Committee for Children Blog

Book Review: Say Something

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by Peggy Moss
Reading level: Kindergarten–Grade 4

The narrator in Say Something is astute and empathic toward the kids in her school who are teased. She watches and wonders about them, picking up on body language that tells her they are sad. She would never make fun of someone the way her schoolmates do. Instead, she feels sorry for them, crosses to the other side of the hall, and doesn’t laugh at their expense. She doesn’t say anything. This seems like the kindest response to the bullying, until one day our heroine finds herself on the hot seat. Her friends are out, and she sits alone at lunch, becoming a target for teasing. That evening, she tells her big brother that she is angry at the kids sitting near her who watched while the others told mean jokes about her.

“Why?” he asks. “They didn’t do anything.”

“Right,” she says. And in that moment, the narrator makes a tremendously important discovery. Saying nothing allows the people who are tormenting others to get bolder and crueler. Saying something to the person getting teased as well as the person doing the bullying helps stop the cycle. On the morning following the narrator’s experience in the lunchroom, she sits next to a girl who is often teased and discovers that making the small effort is worth it—her new friend is funny!

Social and Emotional Lessons in Say Something

The spare text in this thoughtful book belies the powerful message within. The narrator opens with three examples of kids in her school who get harassed, and makes clear that she would never behave that way. But in the girl’s painful description of being teased herself, the reader senses her growing discomfort with her quiet bystander role in the bullying that goes on around her every day. She realizes it’s time to say something.

The title page of Peggy Moss and Lea Lyon’s Say Something includes an African proverb: “If you think you are too small to make a difference, try sleeping in a room with a mosquito.” Bystanders to bullying have a lot more power than they might realize. The resources in the end pages of the book will give students, teachers, and parents good ways to start buzzing around and making a positive difference. The emphasis is on saying something, anything, to all involved parties. Just saying “hi” to the person being teased can show her and others that she is not alone. A quick few words to the kids who are bullying—“I don’t want to hear that” or “Enough already, let’s get back to the ball game!”—tells them that not everyone in their audience is applauding. A list of organizations and Web sites provides more tools to use in addressing the problem of bullying.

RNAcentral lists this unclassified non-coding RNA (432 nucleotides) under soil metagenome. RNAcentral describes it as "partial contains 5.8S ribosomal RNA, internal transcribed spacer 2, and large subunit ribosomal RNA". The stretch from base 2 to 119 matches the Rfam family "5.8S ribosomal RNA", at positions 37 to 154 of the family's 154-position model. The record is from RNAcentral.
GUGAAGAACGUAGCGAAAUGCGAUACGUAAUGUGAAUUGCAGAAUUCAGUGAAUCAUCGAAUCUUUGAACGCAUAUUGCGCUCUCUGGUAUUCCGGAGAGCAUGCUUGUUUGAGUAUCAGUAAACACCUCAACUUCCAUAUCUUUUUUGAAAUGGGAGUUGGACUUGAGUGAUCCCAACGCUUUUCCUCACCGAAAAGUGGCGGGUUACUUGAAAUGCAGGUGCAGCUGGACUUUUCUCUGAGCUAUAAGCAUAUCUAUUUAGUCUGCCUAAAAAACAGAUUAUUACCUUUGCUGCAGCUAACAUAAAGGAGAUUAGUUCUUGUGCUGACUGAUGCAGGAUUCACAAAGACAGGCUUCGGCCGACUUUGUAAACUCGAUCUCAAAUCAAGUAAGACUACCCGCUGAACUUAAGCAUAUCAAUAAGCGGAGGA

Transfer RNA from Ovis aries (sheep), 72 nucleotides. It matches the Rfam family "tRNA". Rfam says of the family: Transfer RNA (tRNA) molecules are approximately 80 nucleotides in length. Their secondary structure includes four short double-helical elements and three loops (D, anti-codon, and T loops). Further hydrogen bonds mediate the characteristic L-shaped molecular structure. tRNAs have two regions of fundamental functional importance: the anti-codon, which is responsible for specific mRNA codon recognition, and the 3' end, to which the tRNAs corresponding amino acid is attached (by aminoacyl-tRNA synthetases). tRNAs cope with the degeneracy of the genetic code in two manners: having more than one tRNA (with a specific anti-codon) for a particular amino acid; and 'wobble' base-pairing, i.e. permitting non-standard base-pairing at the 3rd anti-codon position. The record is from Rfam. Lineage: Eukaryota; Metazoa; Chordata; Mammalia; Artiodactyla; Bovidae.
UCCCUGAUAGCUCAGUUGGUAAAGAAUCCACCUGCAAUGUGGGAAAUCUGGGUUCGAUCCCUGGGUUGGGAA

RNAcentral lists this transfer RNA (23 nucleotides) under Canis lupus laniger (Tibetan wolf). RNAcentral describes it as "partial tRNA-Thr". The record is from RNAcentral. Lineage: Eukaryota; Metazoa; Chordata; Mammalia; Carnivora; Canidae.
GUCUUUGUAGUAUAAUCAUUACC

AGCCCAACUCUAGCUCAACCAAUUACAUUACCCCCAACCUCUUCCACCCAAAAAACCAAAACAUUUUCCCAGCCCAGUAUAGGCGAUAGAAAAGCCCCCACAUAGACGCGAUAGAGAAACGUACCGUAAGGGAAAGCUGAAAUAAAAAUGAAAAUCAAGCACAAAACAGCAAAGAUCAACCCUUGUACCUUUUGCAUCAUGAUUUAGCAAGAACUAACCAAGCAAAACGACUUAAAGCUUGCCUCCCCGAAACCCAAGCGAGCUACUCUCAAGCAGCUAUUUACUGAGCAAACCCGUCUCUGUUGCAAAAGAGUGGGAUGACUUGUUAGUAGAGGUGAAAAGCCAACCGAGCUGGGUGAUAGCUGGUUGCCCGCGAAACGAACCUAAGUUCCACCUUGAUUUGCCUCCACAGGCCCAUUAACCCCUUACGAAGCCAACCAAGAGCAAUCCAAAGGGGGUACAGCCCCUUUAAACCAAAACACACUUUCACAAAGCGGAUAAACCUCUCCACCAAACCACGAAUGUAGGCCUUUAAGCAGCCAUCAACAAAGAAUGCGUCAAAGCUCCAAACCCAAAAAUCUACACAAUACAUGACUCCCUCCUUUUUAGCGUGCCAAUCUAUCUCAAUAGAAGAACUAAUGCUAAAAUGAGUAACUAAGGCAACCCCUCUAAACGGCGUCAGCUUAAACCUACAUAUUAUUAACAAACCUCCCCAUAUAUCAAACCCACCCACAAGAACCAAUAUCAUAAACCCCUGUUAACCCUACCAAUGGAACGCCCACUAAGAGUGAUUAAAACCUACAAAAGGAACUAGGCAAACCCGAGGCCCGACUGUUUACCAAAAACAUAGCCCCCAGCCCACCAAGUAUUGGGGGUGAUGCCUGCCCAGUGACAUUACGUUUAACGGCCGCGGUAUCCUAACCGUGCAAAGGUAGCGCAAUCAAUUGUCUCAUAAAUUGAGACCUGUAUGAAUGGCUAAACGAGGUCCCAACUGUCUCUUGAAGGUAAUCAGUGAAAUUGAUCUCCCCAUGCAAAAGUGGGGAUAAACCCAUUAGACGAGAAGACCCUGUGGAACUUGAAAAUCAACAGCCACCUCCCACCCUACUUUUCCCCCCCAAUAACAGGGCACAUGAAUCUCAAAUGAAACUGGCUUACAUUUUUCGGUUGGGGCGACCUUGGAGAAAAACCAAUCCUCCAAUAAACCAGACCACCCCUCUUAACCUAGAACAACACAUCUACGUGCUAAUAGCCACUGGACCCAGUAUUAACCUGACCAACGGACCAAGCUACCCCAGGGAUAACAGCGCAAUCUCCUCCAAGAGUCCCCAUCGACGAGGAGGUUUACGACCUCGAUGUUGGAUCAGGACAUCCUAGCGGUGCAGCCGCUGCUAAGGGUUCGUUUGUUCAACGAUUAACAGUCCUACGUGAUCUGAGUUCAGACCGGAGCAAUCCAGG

Activity for Say Something

Let students know that teasing happens to everyone sooner or later. Have them close their eyes and imagine they are being teased. Now ask:

  • How would you feel if kids you know just stood and watched while someone picked on you?
  • What would happen if someone walking by saw you being bullied and said, “Hey, cut that out! Come on; let’s race to the end of the playground!”?
  • What would happen if you simply said, “Stop!”?

On a chart, have students brainstorm a list of comments they could make to nip bullying in the bud. It’s important to find words that kids will actually use and that won’t backfire. (We grownups may have great intentions, but let’s face it; it’s impossible to stay up-to-date with the ever-changing word culture among young people!) Encourage them to use humor and a light touch when possible: “That’s so ten minutes ago!” Leave the chart on the wall and allow students to add ideas throughout the year. Remind them that they can make teasing un-cool. If no one laughs when someone makes a joke about another kid, the joke is over.

Emilie Coulter
Book Reviewer
Committee for Children